On Wednesday, July 26, 2023, the Federal Reserve raised the federal funds rate from 5.25% to 5.50%. This marks the highest interest rates have been since 2001. There have been 11 interest rate hikes so far in this cycle. This was not a surprise, with many analysts expecting this hike after the pause in June. Analysts predict an additional 0.25% rate hike (25 basis points) to occur this year. Fed Chair Jerome Powell has said they will review potential rate hikes at a meeting-by-meeting basis and make data-driven decisions.
This does not mean the market will drop or the economy will enter a recession. In fact, it’s important to note that the U.S. economy grew at a 2.4% annualized rate as of the end of June, 2023. Actions by the Federal Reserve have been aimed at reaching their target inflation rate of 2%, which we have not yet met. Overall inflation (the inflation of all goods) as of June 2023 was at 3% while core inflation (the inflation of a basket of goods that excludes volatile things such as food and energy) is at 4.8%, sitting above overall inflation. This is because food and fuel prices are volatile in both directions. The cost of these commodities has dropped quicker than other goods, meaning consumers at the grocery store and the gas pump are seeing prices rise less than they were in 2021 and 2022.
While hiking interest rates does increase the cost of borrowing for companies, individuals and even the US government, the long-term effects of increased interest rates can be positive on the economy and on investor returns. Higher interest rates mean bonds issued today will pay higher interest than bonds issued at lower interest rates a year ago. Additionally, when these rates drop, bonds that were issued at higher interest rates become more valuable due to their higher coupon payments. Higher interest rates also give the Federal Reserve an additional tool to fight against recessions. When the economy slows down and a recession may occur, decreasing interest rates is one tool used to speed up the economy by making it easier to borrow money. When interest rates are already low and a recession is looming, an economy has less options to attempt to avoid it.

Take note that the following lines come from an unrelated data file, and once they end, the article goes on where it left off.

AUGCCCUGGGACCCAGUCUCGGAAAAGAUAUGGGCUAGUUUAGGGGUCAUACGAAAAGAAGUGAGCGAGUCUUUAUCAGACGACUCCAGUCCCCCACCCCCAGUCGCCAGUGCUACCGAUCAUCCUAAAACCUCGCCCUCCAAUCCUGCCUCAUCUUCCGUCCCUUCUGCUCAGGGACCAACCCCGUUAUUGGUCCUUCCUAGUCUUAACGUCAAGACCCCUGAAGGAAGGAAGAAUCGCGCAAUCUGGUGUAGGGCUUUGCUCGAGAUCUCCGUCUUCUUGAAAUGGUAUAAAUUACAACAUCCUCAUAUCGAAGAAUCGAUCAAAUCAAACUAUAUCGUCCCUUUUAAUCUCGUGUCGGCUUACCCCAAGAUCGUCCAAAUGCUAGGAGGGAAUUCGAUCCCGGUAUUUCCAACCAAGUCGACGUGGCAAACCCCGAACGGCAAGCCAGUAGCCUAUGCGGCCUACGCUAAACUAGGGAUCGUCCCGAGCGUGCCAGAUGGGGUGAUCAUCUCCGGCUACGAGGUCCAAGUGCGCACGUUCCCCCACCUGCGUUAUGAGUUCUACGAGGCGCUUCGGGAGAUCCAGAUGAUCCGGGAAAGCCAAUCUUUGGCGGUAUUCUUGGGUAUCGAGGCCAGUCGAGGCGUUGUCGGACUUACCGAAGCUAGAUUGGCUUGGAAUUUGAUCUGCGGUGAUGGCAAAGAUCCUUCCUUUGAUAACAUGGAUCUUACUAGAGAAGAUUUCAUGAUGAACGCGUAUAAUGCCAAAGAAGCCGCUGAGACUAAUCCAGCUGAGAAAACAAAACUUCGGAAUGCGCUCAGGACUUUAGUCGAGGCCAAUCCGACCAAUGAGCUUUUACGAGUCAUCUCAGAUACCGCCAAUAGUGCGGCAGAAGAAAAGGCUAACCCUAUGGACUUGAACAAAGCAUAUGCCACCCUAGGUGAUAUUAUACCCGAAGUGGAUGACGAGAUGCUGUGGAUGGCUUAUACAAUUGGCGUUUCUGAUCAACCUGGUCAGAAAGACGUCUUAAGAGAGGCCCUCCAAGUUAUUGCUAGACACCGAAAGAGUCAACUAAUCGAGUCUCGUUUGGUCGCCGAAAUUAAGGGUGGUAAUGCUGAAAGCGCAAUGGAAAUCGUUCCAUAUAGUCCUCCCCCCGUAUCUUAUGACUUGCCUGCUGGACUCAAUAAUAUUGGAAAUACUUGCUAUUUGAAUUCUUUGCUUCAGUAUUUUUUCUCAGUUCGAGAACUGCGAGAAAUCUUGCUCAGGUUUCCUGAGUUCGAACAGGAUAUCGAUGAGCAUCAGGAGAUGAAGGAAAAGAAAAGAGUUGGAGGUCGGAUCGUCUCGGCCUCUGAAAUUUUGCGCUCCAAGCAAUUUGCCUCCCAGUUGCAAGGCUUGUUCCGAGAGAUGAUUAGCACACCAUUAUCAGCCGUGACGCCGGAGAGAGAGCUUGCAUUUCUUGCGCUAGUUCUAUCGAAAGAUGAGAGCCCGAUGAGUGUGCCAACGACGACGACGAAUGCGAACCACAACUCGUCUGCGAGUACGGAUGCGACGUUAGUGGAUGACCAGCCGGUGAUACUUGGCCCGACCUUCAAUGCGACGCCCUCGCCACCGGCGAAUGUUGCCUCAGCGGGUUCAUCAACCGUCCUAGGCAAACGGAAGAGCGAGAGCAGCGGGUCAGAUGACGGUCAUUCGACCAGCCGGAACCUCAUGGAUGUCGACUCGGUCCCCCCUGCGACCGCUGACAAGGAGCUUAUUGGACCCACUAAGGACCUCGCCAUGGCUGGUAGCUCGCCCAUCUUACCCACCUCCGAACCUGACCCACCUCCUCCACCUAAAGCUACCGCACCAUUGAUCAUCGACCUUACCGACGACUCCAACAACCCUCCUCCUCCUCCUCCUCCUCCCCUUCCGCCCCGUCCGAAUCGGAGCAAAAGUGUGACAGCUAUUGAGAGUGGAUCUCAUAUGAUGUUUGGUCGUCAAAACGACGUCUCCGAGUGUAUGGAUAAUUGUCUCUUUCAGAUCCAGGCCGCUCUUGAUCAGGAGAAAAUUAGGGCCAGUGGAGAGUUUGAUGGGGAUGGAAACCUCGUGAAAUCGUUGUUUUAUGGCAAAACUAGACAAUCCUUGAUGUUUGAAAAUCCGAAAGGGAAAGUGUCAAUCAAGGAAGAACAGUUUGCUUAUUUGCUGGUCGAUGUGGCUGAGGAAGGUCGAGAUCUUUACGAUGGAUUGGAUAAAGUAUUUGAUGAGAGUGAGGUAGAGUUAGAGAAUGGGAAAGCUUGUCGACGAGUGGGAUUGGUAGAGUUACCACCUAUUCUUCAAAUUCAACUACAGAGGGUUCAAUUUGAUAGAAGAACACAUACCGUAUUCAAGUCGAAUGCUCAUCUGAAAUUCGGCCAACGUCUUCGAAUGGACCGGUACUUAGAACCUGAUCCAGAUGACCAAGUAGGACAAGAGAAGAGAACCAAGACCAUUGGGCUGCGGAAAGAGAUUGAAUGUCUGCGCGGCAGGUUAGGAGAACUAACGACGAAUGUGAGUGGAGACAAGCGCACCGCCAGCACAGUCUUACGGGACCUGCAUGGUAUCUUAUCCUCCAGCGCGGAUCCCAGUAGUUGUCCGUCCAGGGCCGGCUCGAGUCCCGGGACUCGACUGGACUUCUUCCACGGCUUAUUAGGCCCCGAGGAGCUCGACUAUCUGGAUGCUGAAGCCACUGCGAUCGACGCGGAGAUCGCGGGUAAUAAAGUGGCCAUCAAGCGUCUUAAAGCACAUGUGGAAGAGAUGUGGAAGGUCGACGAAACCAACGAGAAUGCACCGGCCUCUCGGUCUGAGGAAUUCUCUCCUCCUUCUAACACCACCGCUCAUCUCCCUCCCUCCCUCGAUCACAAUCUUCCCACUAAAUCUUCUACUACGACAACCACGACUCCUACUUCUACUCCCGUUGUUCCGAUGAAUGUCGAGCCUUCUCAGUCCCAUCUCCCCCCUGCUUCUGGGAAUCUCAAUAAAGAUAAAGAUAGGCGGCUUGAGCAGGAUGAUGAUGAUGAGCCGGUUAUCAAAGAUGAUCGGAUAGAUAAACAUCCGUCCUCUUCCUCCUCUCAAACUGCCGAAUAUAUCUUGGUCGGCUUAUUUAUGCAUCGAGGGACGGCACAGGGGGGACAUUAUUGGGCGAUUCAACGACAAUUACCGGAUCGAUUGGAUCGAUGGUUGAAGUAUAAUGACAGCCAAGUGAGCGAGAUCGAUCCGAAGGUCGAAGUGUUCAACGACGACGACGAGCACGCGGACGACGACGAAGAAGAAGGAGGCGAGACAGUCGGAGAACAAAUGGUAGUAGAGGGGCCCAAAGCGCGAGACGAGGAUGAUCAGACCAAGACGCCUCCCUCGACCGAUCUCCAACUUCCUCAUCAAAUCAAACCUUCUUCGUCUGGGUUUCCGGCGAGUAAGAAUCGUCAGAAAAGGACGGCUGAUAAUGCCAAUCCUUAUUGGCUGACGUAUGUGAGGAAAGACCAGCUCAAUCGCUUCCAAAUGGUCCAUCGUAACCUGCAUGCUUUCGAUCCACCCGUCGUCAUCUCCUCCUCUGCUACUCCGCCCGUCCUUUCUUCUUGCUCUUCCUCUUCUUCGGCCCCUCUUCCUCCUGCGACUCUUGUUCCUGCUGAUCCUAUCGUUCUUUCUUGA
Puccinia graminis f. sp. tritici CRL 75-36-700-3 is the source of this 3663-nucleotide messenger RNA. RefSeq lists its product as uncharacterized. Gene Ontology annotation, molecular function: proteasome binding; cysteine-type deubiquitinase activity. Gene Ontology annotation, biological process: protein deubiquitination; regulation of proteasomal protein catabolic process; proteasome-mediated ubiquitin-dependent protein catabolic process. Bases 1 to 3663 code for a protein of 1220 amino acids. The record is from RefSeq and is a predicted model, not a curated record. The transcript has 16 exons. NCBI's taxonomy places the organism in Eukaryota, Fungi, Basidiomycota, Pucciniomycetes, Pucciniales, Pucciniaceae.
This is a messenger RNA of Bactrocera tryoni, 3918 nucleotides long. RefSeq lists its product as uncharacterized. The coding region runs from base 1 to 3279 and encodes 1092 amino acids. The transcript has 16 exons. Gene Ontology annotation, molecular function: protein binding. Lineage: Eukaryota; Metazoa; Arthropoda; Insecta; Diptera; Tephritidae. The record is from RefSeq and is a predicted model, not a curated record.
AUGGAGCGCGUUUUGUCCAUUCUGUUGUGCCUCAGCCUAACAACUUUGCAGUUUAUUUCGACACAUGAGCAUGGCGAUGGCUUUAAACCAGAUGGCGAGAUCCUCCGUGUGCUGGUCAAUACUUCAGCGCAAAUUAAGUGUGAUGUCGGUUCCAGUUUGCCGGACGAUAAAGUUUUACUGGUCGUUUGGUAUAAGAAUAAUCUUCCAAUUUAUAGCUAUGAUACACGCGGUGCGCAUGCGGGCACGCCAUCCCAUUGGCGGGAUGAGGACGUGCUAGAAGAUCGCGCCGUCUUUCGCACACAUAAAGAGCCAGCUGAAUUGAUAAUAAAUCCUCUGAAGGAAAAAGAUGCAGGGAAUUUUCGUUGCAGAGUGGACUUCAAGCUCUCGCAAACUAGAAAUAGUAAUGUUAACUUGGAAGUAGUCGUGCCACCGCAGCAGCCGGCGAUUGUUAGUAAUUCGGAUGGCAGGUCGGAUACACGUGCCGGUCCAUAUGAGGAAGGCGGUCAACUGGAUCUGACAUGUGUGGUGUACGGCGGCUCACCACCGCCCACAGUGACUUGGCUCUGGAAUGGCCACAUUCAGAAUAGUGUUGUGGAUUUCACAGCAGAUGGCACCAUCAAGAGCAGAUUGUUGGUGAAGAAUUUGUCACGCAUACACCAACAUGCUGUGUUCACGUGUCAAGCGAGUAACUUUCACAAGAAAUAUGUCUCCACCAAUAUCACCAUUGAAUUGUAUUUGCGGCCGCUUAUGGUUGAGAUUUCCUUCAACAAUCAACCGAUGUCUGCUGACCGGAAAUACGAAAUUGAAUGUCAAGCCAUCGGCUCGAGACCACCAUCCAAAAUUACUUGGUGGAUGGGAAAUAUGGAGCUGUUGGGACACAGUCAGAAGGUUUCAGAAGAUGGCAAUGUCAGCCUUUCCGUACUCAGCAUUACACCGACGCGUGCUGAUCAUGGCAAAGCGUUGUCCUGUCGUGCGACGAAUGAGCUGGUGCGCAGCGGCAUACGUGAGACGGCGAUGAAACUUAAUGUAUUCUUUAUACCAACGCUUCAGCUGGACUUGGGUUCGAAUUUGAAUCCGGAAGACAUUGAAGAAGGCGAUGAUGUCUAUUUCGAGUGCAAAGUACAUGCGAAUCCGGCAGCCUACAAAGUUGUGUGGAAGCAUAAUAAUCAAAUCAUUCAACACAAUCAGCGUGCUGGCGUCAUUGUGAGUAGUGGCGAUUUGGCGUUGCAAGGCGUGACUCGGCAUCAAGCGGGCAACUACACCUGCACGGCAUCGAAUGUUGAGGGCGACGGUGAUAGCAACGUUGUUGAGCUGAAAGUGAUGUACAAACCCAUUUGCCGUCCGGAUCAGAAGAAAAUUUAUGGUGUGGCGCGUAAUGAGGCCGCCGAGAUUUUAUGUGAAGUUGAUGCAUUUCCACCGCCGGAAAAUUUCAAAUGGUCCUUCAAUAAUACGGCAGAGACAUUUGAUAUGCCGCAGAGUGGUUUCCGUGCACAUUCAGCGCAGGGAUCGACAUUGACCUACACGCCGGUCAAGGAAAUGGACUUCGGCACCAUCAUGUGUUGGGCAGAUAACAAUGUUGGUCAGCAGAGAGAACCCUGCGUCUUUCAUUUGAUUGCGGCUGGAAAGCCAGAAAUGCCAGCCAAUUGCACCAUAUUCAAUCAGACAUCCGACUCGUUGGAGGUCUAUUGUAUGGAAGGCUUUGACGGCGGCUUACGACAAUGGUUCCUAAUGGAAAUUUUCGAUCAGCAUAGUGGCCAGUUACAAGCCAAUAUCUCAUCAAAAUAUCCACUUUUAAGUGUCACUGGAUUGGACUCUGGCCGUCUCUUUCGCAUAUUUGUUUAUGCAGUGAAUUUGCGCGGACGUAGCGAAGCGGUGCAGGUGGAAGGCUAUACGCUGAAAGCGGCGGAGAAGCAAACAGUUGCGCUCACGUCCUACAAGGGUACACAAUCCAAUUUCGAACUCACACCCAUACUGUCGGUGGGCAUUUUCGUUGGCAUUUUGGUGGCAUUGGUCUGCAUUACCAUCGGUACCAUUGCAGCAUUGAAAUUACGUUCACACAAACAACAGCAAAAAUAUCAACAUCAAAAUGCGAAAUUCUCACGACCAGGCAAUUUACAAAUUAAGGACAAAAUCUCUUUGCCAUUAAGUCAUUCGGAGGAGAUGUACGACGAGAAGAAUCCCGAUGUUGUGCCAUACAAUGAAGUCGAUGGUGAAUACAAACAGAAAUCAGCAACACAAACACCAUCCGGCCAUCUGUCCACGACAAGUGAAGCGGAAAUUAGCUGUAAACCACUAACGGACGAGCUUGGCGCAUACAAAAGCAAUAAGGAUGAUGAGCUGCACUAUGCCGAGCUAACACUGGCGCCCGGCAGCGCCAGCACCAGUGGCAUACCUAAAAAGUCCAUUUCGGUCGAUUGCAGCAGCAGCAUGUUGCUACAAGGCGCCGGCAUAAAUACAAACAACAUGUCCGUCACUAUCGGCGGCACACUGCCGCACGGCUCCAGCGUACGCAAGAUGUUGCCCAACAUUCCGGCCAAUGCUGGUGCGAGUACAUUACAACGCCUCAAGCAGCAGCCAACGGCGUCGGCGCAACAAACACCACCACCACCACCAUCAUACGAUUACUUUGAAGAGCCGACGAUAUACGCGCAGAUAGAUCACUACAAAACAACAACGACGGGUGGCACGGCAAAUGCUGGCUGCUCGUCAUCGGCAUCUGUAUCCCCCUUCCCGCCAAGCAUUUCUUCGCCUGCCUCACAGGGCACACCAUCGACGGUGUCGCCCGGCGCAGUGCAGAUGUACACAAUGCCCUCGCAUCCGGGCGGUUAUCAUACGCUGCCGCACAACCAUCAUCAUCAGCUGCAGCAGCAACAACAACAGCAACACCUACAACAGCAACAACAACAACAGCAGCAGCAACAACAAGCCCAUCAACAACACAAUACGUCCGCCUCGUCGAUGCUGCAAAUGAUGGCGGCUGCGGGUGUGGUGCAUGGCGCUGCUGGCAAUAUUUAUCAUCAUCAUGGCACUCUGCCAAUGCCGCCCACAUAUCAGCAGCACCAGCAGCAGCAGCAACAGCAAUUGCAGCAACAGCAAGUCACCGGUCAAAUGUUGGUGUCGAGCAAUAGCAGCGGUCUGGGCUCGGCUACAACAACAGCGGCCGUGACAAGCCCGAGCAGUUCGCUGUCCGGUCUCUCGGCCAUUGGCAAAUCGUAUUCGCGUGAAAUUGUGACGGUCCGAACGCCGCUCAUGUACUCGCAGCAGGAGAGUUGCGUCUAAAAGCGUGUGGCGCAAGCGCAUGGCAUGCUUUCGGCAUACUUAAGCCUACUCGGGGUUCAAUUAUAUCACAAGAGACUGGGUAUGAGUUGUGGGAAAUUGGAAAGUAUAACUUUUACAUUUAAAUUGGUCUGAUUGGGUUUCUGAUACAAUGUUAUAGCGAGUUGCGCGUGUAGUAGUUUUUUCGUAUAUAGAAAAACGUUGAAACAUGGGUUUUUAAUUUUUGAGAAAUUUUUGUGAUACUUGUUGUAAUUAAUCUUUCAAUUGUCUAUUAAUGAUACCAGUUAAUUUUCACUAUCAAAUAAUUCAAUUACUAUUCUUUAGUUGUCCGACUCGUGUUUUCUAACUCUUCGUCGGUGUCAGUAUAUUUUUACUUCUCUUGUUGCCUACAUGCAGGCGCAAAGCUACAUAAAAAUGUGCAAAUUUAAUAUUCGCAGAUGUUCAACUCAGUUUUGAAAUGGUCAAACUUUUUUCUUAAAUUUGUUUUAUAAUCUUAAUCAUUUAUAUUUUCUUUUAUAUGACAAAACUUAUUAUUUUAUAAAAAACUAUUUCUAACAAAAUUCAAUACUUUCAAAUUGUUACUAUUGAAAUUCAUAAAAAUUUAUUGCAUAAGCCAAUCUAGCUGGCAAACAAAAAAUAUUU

Jack O’Brien CIMA® is a Certified Investment Management Analyst educated at Chicago Booth School of Busisness and Virginia Tech. EVOadvisers is a fee-only financial advisor based in the Scott’s Addition area of Richmond, Virginia. EVOadvisers also has an office in Irvington, Virginia to better serve clients in the Northern Neck of Virginia. If you have any questions about financial planning and would like to talk with one of our Certified Financial Planner professionals, check us out at www.evoadvisersdev.wpengine.com or call (804)794-1981.